ERIN, Wis. – The 117th United States Open came off exactly the way the U.S. Golf Association needed and wanted it to be: incident-free.
There were no controversial penalties, dubious rulings or clown’s-mouth-windmill-like course-setup blunders.
By Sunday night, only two questions still needed to be asked.
1. Was Erin Hills too easy to be a real U.S. Open course?
2. Should Erin Hills get another Open, or will it be like a Kentucky basketball player: one and done?
Let’s dispatch the first question. There was significant rainfall on Monday, Wednesday, Friday and Saturday.
When rain falls, low scores follow.
“If there’s no wind and soft greens, we’re going to play well,” said Justin Thomas, who posted a third-round 9-under 63. “That’s just how it is, especially with fairways this big. I don’t understand the beef for low scores. Twelve under was leading. That’s not that low for the best players in the world.”
Were you expecting the 63-shooter to hate low scores? Of course not. One old-school former major champion who was on the premises told me during a casual chat how disgusted he was that the U.S. Open turned into a Greater Milwaukee Open, with easy scoring. Part of that feeling, though, also involved his disgust with how much easier the game is now and how much farther players hit the ball, making some courses irrelevant. I feel his generational pain but … let it go.
“There are complaints any time you see U.S. Open venues work back towards even par,” said former U.S. Open champ Jordan Spieth. “Now they make it tough and fair, and we’re 12 under, and people are complaining. So, pick one side or the other. I think this was exciting. You saw some awesome golf. You can’t ask for much more.”
Yes, scoring was extraordinary. Winner Brooks Koepka shot 16 under, tying Rory McIlroy’s mark for lowest Open total under par. This was the first time anyone other than the champion finished in double digits under par, and Erin Hills had six other players – including someone named Xander Schauffele (he’s a stick, just an unknown one) – accomplished that. And Erin Hills produced 140 sub-par rounds, smashing the mark of 122 set at Medinah in 1990. By U.S. Open standards, the old pro was right: this was a virtual GMO.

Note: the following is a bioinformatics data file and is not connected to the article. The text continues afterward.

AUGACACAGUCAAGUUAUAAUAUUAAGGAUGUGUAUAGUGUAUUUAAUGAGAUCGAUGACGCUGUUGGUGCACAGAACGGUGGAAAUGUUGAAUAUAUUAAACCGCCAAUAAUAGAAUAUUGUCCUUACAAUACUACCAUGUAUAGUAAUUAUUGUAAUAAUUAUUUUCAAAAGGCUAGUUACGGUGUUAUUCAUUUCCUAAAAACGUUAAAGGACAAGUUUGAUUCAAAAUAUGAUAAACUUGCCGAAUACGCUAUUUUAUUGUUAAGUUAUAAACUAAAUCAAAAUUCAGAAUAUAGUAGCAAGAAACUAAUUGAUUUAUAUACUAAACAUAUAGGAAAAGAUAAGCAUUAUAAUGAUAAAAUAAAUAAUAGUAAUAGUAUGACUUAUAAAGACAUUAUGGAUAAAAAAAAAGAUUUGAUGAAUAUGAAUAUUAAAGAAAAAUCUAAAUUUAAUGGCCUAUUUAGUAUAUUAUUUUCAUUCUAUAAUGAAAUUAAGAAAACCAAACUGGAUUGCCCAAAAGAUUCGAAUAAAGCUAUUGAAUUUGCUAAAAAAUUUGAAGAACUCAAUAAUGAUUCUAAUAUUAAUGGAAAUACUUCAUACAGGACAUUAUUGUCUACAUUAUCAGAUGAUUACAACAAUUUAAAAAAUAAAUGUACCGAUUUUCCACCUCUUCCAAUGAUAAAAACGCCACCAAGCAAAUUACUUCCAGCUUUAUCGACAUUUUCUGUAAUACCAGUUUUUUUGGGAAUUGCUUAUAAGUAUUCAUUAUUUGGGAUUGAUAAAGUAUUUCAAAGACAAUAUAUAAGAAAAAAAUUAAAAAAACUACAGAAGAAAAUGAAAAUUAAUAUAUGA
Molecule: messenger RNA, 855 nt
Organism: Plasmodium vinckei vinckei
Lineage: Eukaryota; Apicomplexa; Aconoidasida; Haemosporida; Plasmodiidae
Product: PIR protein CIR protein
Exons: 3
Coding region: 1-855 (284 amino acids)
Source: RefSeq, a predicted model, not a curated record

Here’s a more relevant stat: Koepka and Dustin Johnson, last year’s champion, led their respective fields in greens hit in regulation and had average driving distances of 322 and 317, respectively, which was 20 yards longer than the three U.S. Open champions before them.
This is how the game is played in 2017. The USGA has declined to rein in the golf ball and foolishly swears nobody’s hitting it longer, yet we’re nonetheless approaching Happy Gilmore-level driving distances. Erin Hills was more than 7,700 yards, and these guys ate it up. See the 18th hole, at 670-some yards, and Rickie Fowler getting home with 3-wood and long iron. Only Sunday, when the wind made it a challenge, did Erin Hills provide the survival-test Open we’re used to seeing. It’s time for the 8,000-yard course.
“I thought the USGA did a phenomenal job of allowing the course to play the way it’s supposed to play,” said Spieth, who tied for 35th. “They created an environment where you can score if you play well, and if you don’t, it can go the other way. There was no unfairness whatsoever. I thought it was really well done.”
There were dissenting opinions, of course. Most involved the par-3 ninth green (it’s too severe, and it’s not the signature hole, just a bad hole); too many uphill approaches and semi-blind shots; and the fairways were too wide. Some of those are fixable.
Should Erin Hills get another Open? The course looked great on TV, parking and traffic were near best-ever levels, and there is room for even more money-making luxury suites onsite. It felt like a slam dunk.
The next available Open date is 2027. The USGA should write in Erin Hills now. In ink.
Gary Van Sickle has covered golf since 1980 for Sports Illustrated and Golf.com, Golf World and The Milwaukee Journal. Email: email@example.com; Twitter: @GaryVanSickle